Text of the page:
BMW’s baited us with teasers about the M5 Touring for a few months now, switching up the reveal by showing us the standard 5 Series Touring first. This fifth generation of the midsize luxury wagon builds off the array of 5ers introduced not long ago, bringing gas-powered, diesel-powered, and plug-in hybrid powertrains to the lowboy family hauler, as well as the first-ever battery-electric powertrain. The wagons are what you’d expect from the sedan given a stretched rear end, more demonstration of BMW’s developing a concept and sticking to it across powertrains and body styles. So, if you like the new 5, there’s no reason not to like this. And if you like long, straight lines and chiseled edges, you’re going to love this.
Size is up by a few inches in all directions over the last wagon, the new version being 3.8 inches longer, 1.3 inches wider, and nearly an inch higher, putting dimensions at 199 inches long, 74.8 inches wide, and 59.6 inches high. The wheelbase is stretched just about an inch as well, but BMW says there’s “noticeably more leg, shoulder and elbow room, especially in rear.” The load space swallows 20.1 cubic feet with the second-row seats up, 60 cubic feet with the second-row down, a little more than the Audi A6 Avant, a little less than the Mercedes E-Class Estate. A powered tailgate opens on a larger load bay opening, and the 40:20:40 split rear seats can be lowered remotely with controls in the luggage area. A storage cubby beneath the cargo floor holds the partition net, luggage compartment cover and charging cable for the all-electric and plug-in hybrid models, so owners will want to charge up and retrieve any necessary items before they load up.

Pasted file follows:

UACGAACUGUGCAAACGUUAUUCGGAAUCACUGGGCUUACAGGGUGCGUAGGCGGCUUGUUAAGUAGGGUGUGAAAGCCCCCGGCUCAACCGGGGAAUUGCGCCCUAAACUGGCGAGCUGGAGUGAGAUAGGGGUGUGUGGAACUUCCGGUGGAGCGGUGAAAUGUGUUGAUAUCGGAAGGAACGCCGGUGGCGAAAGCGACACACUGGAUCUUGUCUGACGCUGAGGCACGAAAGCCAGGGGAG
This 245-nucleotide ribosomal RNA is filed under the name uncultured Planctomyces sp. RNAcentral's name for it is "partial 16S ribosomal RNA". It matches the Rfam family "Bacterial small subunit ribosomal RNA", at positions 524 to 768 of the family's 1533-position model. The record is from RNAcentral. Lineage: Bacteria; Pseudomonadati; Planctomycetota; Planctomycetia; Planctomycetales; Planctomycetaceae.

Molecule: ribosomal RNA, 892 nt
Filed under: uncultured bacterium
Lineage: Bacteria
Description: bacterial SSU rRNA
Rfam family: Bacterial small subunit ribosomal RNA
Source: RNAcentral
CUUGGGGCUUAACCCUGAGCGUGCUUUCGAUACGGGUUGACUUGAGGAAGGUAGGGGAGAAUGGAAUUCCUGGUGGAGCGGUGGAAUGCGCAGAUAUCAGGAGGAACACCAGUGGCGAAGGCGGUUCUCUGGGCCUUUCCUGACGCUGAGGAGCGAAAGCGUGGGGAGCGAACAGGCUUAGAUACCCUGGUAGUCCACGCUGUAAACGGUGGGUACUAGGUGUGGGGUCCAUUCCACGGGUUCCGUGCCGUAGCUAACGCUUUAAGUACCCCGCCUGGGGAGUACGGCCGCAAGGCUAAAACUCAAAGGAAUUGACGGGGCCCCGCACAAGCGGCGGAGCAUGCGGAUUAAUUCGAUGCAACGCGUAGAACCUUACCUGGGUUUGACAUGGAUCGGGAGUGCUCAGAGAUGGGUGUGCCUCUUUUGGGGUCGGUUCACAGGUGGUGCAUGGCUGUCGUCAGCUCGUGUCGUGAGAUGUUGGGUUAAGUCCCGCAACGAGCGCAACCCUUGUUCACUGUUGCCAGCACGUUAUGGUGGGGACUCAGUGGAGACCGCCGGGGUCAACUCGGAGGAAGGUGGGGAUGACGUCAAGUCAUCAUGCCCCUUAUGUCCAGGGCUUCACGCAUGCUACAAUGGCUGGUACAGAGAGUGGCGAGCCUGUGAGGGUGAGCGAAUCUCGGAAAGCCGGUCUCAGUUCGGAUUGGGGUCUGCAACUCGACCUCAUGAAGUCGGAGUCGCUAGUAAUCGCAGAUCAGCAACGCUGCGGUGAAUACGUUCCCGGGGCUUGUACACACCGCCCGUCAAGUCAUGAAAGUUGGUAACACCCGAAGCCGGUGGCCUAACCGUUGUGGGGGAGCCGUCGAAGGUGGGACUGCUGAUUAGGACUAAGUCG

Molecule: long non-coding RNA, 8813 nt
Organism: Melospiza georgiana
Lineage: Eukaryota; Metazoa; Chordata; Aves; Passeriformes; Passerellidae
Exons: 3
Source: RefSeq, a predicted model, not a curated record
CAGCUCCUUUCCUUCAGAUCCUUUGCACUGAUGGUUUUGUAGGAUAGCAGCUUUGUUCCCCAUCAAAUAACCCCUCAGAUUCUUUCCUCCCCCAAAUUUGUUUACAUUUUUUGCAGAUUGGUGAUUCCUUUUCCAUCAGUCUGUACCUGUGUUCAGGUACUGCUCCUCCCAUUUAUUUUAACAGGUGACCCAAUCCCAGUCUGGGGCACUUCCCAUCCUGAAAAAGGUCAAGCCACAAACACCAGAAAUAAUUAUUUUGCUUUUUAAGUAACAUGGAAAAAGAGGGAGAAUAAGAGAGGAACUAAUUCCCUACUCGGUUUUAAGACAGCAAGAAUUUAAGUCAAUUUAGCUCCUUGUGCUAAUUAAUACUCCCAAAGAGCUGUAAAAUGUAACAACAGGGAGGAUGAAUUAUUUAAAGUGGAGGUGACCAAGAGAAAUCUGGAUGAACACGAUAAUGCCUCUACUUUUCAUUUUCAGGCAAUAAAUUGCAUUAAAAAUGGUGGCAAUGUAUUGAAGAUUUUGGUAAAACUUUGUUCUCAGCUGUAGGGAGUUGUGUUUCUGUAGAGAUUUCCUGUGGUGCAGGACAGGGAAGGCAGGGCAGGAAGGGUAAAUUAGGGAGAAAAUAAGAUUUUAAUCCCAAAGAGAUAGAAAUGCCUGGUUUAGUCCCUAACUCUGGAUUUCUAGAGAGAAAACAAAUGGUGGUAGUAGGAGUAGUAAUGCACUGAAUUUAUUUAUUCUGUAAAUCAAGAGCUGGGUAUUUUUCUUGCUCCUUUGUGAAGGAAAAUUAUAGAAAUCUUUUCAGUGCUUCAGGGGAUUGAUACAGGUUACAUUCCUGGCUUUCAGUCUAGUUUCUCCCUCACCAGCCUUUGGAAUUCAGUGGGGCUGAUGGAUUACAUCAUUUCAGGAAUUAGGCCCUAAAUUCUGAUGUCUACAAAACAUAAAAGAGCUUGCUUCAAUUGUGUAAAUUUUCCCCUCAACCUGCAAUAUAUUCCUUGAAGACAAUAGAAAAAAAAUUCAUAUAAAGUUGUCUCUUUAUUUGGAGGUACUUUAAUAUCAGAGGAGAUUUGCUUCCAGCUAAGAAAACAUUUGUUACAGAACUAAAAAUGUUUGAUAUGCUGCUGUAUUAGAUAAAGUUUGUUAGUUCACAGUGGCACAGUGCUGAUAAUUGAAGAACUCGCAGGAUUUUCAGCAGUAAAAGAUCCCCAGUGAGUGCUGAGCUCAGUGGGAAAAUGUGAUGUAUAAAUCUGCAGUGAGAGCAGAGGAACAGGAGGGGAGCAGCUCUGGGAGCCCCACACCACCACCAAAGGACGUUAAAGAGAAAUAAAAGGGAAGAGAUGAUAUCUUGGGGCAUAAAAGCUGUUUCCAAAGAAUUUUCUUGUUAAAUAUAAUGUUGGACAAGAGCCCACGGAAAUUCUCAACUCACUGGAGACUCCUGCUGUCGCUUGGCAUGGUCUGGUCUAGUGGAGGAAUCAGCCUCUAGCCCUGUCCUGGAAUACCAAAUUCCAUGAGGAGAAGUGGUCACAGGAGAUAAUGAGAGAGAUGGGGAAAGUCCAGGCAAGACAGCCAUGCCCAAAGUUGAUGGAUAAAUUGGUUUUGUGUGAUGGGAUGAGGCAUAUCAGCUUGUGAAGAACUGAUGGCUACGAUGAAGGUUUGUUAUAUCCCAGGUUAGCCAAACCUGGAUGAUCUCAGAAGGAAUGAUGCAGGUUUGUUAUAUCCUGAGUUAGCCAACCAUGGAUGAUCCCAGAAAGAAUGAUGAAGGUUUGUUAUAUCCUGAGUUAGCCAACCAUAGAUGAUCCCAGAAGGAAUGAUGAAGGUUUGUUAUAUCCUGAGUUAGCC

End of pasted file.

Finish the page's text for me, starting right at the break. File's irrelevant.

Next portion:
Electric powertrains start with the i5 eDrive40 and the i5 M60 xDrive, both using the same 81.2-kWh pack as found in the sedan. The former trim comes with a single motor on the rear axle making 335 horsepower and 317 pound-feet of torque, 22 more pound-feet than in normal driving thanks to a temporary boost function using Launch Control or Sport Boost. The story’s similar with the M60, that one pairing a motor on each axle producing a combined 593 hp and 605 lb-ft, 19 more pound-feet available in boost modes. The rear-driver on standard 18-inch wheels is rated to go 348 miles on Europe’s WLTP cycle, the M60 on standard 19-inch wheels is estimated at 314 miles. Wheels up to 21 inches will be offered, larger rims marginally shrinking the range.
Fuel-sipping models start with the diesel-powered 520d and its turbocharged 2.0-liter four-cylinder 48-volt mild hybrid with 195 hp and 295 lb-ft. Above that, the gas-powered 530e also fits a turbocharged 2.0-liter four-cylinder, but this one’s a PHEV; help from the electric motor takes combined output to 295 hp and provides a range of 60 WLTP miles as a rear-driver, 55 miles with all-wheel drive. It will be available come summer. The 540d goes back to oil burning with a turbocharged 3.0-liter V6 mild hybrid that makes 295 hp. BMW promises two more PHEV trims to come after launch.
The driving space is everything we’ve seen on the other flavors of 5, like the Curved Display, BMW Operating System 8.5, and XXX. The wagon, though, comes standard with new sports seats and with a flatter bottom on the steering wheel. Treatments run from full vegan to two-tone BMW Individual Merino leather.
The i5 Touring launches in Europe in May, more details will arrive before then, and perhaps that M5 Touring, too. At this point, we have the slimmest of hopes the M5 Touring will make it to the U.S. These other standard flavors? That’s gonna be a “no” from BMW, dawg.